Taxation of the mandatory pension scheme is of the EET type. Contributions and investment income are tax-exempt, whereas benefits are taxed. The tax allowance for pensioners is 1.7 times higher than for employees, meaning that pensions are only modestly taxed.

The Third Pillar – Voluntary Pension Funds
Voluntary pension funds were also introduced in 2002 and complete the three-pillar system. These schemes are DC plans based on voluntary pension savings. Voluntary pension schemes are either offered by voluntary pension funds, or can be set up by trade unions and employers, making open and closed funds possible. Voluntary pension funds need to have at least 2,000 members two years after being established.

Participants in voluntary schemes benefit greatly from tax incentives. The state provides an annual subsidy of up to HRK 1,250 (EUR 171) and allows a tax deduction of up to HRK 1,050 (EUR 151) per month. Employer contributions are not subject to tax breaks; they are treated like salary payments. Benefits are paid as annuities or as periodic payments. Contrary to the mandatory pillar, voluntary pension fund companies can offer more than one fund.

There are currently six open pension funds on the market, provided by four pension companies. Voluntary pension companies overlap strongly with the mandatory pillar; three of the four pension companies offering mandatory funds also provide voluntary funds. 65,300 members participate in voluntary pension funds, which have assets of EUR 54 million under management. The two biggest voluntary funds have a market share of 80%; the biggest fund alone has a share of 53%. Investment regulation of voluntary pension funds is very similar to that of mandatory funds, but slightly more liberal. For example, the limit for international investments is 20% rather than 15%.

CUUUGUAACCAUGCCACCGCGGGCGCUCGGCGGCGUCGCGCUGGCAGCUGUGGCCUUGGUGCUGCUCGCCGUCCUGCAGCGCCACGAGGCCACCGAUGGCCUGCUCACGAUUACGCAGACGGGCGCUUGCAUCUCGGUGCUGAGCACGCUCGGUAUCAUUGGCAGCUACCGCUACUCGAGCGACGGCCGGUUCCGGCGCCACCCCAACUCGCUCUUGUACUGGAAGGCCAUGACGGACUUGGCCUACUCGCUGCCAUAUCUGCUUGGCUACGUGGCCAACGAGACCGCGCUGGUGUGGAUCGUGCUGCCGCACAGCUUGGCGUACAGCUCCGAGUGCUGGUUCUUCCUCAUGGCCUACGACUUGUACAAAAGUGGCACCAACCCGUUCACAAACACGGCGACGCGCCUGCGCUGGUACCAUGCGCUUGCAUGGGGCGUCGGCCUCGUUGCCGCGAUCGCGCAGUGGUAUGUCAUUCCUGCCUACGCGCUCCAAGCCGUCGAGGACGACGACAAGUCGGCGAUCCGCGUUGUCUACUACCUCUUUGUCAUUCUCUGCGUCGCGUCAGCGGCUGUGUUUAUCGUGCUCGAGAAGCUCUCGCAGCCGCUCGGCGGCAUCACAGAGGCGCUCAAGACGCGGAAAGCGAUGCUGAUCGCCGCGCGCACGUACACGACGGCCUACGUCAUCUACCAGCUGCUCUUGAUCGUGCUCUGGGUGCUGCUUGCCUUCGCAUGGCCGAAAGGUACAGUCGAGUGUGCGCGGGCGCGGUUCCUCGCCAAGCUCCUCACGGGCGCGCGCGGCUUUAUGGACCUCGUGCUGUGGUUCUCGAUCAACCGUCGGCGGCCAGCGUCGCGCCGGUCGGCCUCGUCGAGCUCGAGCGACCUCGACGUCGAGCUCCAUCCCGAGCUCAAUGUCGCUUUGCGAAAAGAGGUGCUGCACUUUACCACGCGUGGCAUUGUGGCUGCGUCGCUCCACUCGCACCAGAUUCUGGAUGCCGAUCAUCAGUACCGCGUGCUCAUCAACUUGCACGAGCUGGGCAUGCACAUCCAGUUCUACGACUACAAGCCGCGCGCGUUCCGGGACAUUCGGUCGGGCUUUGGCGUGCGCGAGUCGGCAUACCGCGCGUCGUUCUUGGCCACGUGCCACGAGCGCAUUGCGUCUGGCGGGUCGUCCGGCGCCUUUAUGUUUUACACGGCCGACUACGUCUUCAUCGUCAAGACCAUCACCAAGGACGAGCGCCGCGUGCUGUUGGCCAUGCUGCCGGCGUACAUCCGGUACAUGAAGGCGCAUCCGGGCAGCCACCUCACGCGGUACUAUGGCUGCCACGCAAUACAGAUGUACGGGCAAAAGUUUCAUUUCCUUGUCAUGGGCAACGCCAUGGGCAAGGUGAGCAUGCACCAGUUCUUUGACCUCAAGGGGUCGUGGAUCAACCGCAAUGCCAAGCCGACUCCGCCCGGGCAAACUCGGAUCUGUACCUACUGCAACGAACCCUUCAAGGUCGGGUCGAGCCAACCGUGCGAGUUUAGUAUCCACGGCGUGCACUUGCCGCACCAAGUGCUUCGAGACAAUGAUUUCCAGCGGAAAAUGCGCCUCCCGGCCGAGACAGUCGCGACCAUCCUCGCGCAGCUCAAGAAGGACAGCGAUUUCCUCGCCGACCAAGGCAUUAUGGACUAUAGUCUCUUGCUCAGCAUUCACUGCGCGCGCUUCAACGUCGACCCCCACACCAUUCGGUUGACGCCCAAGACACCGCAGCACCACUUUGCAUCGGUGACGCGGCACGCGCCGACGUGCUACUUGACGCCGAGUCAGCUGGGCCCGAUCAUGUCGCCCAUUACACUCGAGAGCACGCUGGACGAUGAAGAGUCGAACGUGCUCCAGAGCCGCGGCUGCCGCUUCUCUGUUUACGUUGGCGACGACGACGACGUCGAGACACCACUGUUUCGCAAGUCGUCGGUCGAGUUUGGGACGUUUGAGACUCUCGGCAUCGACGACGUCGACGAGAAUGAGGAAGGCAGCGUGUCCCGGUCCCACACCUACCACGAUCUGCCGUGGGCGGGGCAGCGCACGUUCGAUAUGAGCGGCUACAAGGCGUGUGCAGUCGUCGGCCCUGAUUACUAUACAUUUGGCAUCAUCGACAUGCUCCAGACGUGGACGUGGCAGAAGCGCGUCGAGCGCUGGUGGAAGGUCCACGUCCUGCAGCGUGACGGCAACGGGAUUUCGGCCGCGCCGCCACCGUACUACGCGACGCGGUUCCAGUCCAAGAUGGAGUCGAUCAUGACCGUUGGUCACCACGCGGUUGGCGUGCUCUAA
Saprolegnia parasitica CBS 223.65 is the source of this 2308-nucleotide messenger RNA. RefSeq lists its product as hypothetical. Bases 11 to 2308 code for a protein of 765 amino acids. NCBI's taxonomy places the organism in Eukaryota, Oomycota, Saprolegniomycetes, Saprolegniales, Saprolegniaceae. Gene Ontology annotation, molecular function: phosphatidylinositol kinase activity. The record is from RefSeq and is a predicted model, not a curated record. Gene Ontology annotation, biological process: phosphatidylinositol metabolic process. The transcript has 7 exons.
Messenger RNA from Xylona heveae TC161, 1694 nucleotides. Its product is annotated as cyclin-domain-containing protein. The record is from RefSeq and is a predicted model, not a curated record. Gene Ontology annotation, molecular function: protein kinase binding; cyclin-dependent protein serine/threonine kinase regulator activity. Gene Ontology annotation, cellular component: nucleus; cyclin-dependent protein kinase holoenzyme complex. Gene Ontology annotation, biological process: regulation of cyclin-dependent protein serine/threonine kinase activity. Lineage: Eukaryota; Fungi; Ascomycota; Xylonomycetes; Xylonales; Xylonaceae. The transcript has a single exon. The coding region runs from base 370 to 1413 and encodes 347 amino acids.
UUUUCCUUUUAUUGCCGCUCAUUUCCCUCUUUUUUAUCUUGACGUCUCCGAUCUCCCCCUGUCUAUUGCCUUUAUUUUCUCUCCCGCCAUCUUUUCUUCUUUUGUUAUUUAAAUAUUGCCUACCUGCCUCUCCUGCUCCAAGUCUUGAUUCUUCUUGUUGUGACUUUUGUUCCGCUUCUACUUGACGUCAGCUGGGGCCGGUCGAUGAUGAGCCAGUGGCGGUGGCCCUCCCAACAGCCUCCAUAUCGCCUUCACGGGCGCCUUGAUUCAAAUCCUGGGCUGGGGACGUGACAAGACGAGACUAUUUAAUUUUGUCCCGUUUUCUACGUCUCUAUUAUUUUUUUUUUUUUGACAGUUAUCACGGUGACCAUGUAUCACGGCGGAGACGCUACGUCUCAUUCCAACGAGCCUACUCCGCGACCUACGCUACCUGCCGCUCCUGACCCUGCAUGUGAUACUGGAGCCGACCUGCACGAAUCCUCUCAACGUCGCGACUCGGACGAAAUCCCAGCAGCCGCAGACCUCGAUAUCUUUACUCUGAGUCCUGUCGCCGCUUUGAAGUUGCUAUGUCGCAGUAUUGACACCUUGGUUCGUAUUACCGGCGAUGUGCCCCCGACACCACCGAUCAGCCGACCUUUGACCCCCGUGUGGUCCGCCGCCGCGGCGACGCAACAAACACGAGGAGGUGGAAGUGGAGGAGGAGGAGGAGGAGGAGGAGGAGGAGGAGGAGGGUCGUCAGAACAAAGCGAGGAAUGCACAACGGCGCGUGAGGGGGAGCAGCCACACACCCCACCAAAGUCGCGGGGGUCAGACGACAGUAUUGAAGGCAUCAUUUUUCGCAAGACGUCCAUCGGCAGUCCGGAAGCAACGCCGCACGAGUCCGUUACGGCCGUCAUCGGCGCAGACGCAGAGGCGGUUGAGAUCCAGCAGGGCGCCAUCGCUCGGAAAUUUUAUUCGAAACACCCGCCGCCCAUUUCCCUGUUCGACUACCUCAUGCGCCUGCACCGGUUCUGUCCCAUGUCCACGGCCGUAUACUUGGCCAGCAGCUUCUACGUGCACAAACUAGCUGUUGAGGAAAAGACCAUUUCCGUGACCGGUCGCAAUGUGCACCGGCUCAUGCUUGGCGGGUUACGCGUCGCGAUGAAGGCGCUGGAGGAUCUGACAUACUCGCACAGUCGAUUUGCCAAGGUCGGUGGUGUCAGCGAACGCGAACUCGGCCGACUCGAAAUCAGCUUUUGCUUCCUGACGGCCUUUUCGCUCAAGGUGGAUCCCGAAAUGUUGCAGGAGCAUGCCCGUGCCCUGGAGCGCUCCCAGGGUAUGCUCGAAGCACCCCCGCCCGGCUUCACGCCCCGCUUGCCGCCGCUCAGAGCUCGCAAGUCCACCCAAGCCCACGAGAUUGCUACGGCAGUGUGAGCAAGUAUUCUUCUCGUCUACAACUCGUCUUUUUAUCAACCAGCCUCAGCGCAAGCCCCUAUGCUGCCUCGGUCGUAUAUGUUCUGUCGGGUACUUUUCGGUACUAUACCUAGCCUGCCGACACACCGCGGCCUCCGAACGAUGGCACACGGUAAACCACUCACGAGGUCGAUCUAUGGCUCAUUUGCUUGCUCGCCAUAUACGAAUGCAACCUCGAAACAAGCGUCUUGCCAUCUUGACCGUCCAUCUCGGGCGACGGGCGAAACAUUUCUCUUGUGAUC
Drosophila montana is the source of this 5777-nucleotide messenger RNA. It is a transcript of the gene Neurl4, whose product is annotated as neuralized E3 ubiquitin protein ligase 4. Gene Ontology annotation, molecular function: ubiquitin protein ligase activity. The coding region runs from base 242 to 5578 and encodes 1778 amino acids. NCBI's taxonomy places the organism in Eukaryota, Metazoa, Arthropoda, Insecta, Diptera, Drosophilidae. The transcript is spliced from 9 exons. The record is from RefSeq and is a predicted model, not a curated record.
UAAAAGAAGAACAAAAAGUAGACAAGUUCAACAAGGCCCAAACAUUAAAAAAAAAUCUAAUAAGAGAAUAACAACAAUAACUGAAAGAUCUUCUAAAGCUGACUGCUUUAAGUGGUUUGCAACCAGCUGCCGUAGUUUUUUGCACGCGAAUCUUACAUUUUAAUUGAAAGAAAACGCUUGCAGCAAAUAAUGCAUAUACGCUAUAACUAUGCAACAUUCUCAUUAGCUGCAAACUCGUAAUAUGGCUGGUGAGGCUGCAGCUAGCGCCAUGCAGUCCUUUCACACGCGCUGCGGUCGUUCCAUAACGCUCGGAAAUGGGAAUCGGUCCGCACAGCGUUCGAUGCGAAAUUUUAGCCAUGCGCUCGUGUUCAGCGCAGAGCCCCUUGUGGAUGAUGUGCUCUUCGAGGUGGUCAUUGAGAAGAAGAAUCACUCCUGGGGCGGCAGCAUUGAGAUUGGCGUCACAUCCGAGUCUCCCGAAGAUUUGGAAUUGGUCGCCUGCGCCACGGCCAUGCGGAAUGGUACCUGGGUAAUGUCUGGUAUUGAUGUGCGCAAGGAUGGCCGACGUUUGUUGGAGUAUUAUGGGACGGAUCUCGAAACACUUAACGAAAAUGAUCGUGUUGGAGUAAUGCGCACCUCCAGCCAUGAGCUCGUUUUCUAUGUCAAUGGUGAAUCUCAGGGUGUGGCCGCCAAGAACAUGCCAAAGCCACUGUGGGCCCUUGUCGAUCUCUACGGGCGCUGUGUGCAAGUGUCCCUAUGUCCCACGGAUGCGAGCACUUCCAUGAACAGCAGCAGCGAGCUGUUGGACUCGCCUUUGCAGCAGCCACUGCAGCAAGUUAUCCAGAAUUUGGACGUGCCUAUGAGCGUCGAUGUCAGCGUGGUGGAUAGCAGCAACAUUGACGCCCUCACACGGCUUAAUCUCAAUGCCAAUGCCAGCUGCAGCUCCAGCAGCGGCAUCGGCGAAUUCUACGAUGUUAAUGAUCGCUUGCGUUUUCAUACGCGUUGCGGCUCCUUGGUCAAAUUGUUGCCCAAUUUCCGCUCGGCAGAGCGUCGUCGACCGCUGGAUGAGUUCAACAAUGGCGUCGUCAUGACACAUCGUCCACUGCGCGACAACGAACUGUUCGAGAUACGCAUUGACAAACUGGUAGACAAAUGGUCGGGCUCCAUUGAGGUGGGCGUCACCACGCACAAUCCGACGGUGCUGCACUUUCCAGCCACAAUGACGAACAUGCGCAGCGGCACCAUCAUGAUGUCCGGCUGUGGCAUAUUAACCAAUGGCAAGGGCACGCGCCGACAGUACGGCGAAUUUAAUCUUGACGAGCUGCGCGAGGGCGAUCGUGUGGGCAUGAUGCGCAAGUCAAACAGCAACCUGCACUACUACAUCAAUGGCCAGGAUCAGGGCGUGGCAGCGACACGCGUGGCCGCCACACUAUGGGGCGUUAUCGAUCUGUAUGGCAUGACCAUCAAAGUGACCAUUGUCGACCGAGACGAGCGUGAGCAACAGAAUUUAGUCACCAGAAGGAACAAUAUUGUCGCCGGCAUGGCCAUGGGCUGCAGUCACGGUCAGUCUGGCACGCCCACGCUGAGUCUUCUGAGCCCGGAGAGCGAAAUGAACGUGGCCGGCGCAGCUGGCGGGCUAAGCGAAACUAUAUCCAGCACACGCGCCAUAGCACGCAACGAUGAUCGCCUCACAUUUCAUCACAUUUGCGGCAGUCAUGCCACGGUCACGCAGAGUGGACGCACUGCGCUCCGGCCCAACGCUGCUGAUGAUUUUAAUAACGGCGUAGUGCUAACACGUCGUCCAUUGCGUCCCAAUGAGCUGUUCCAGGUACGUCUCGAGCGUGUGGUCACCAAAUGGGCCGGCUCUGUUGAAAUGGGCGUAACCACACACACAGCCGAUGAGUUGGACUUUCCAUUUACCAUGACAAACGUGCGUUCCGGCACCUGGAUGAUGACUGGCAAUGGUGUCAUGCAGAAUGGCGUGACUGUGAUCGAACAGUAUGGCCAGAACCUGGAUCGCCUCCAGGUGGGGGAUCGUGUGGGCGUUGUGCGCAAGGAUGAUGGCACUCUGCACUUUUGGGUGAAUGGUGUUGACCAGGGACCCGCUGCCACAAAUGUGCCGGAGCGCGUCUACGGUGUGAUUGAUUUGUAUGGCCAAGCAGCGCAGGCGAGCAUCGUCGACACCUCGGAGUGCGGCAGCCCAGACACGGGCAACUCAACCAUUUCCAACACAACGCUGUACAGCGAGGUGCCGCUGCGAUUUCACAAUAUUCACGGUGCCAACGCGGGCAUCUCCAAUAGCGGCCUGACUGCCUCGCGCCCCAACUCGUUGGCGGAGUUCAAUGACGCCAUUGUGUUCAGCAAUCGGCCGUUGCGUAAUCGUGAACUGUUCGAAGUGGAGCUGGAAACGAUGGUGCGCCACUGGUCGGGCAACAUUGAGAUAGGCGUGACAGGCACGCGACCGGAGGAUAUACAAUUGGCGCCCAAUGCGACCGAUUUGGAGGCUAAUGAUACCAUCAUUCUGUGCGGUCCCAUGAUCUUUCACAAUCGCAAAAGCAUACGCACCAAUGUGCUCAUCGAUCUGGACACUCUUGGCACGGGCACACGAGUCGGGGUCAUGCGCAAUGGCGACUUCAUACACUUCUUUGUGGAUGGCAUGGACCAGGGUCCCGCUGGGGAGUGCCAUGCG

In geographical terms, voluntary pension fund asset allocation is slightly more conservative than that of mandatory funds: 94.5% of assets are invested domestically. Investments in domestic bonds are lower (51% of assets) than in the mandatory pillar, corporate bonds and open-end funds account for 12%, deposits for 6%. Foreign assets (5.5%) are almost exclusively invested in open-end funds.
Closed voluntary funds are offered by three companies, which are also active in the mandatory and/or open voluntary pension fund market. There are currently 10 closed pension funds with 10,700 members and HRK 60.3 million (EUR 8.2 million) in net assets.

With its three-pillar pension system, Croatia has followed the CEE pension reform trend. Repaying pensioners' debt is an ongoing burden that will continue in years to come. Participation in the second pillar – some population groups were given the choice of joining – is remarkably high. The numbers for the third pillar are less impressive, but this might change with growing wealth. Regarding investment regulations, the requirement that at least half of the assets must be invested in Croatian government bonds could lead to suboptimal geographical diversification and a concentration of risks according to capital market theory.

In terms of market attractiveness, Croatia has the biggest pension market among the smaller CEE markets, and the fourth largest pension market in the region. It will therefore remain an attractive market with considerable growth potential.